The death of Zimbabwe’s retired Gen. Solomon Mujuru, widely regarded as the kingmaker in the former ruling party Zanu PF and a potential successor to President Robert Mugabe, has changed the political landscape in the troubled southern African country.
General Mujuru, husband of Vice President Joice Mujuru, was a senior behind-the-scenes leader for politically connected officers in Zimbabwe’s army, and a fierce rival of defense minister and former intelligence chief Emerson Mnangagwa, who now appears to have an upper hand in succeeding the aging President Mugabe.
Mugabe’s Zanu PF party has ruled Zimbabwe since 1980, when the white minority leadership of a country then named Rhodesia lost elections to Mr. Mugabe’s black majority party.
Mugabe’s rule is credited with wholescale reform of the education system, making Zimbabwe one of the most literate countries in Africa, but also condemned for its disastrous economic policy of business and agricultural expropriation, which have made Zimbabweans among the continent’s poorest citizens.
Mujuru was a senior commander of the Zanu PF fighting force that brought the Rhodesian government, under Prime Minister Ian Smith, to the negotiation table in 1979. The late former guerrilla died in a suspicious inferno at his farm, about 60 kilometers to the south of capital Harare on Aug. 15. Police investigators claim the blaze was accidental, started by a candle lit by household staff following a power cut.
Political observers have dismissed the police claim, saying there is high suspicion that Mujuru was assassinated by state security agents for his outspokenness and willingness to challenge Mugabe. The former commander of the army was said by analysts to be the only person senior enough in Zanu PF to face up to Mugabe and to Mr. Mnangagwa, the leader of the rival faction that was competing to succeed Mugabe.
His death, analysts have said, could be the harbinger of a violent power struggle within the liberation struggle party.
“A close analysis will show you that the death of Mujuru has changed politics in many ways,” says political analyst Takura Zhangazha in Harare. “Firstly, the faction he used to lead has been weakened because he was the power behind it because of his history. The fact that he played a pivotal role in the liberation of this country gave him special powers. (Now) his faction is exposed. Vice President Mujuru is not that powerful.”
“In the same vein, the faction led by Mnangagwa is now in the picture and coming out strongly because the head of the other faction is no longer there,” Mr. Zhangazha adds. “They clearly have an advantage over of the other faction of Zanu PF.”
Mujuru’s death is likely to result in “instability” within Zanu PF, says University of Zimbabwe lecturer John Makumbe, since one powerful faction within the country’s security cluster is now without a protector and advocate within senior Zanu PF leadership. Talk of a succession battle after Mugabe’s death, he adds, is premature, since Mugabe’s health appears to be strong.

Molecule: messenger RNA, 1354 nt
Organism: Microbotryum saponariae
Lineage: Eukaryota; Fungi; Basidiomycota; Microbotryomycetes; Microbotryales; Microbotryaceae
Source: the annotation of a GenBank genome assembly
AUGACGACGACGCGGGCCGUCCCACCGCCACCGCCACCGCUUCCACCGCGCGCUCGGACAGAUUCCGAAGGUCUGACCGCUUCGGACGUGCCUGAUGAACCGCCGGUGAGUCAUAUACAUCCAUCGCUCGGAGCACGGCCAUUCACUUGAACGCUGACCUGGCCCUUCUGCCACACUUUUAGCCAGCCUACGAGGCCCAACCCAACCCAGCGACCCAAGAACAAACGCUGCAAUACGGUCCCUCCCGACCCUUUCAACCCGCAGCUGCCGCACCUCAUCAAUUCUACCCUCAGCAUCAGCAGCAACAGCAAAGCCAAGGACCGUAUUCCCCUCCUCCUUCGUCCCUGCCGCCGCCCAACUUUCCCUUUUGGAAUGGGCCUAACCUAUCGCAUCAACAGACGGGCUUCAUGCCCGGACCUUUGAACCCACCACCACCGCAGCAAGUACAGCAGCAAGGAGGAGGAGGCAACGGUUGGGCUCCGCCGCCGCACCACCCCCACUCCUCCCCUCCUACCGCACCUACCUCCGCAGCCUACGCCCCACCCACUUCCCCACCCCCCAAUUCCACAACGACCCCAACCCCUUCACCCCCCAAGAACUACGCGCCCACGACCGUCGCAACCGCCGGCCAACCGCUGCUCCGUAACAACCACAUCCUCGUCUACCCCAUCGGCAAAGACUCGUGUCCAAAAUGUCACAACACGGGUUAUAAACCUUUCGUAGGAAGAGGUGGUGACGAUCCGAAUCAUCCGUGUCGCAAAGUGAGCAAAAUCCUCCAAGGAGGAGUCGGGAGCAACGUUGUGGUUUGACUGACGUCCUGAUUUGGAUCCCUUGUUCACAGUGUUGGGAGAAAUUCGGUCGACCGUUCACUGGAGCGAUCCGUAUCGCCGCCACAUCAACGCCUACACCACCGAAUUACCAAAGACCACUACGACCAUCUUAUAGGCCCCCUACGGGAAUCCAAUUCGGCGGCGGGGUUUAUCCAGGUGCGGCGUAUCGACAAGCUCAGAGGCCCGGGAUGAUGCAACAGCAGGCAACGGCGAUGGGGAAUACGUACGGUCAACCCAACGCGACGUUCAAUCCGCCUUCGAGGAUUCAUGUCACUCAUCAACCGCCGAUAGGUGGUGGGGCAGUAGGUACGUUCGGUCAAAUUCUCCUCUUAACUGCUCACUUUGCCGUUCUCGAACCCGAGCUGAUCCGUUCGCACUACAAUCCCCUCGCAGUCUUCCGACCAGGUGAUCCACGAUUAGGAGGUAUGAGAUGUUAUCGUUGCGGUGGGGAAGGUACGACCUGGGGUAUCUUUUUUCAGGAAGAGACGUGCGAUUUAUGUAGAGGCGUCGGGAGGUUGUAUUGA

“Politically, the death of Mujuru is significant in that he was one of the two leaders of known factions in Zanu PF and his passing on means the other faction has been robbed of its leader, but this has serious implications,” says Mr. Makumbe. “The development might signal the beginning of instability in Zanu PF because the other faction thinks Mujuru did not die accidentally.”
“All kinds of suspicion exist, but President Mugabe is not prepared to step down and pass on the baton,” says Makumbe. “He firmly believes that there is no one except him who can stand shoulder to shoulder with [opposition leader and current coalition goernment Prime Minister Morgan] Tsvangirai in any election. In the final analysis, the ongoing factionalism benefits President Mugabe, but Zanu PF needs a new unifying man now for them to stand the test of time.”
Political analyst Eldred Masungure warns against making predictions in the murky world of Zimbabwean politics.
“It’s too early to tell what impact the death of Mujuru on national politics,” says Mr. Masungure. “But in Zanu PF, yes, although it’s speculation at the moment but other parties think the former ruling party is at its weakest following this death.
“People might think the Mujuru camp in Zanu PF has been dealt a blow,” he adds, “but it should be noted that this death will inspire them to have a greater resolve than before. The situation at the moment is unpredictable.”
Our reporter in Harare could not be named for security reasons.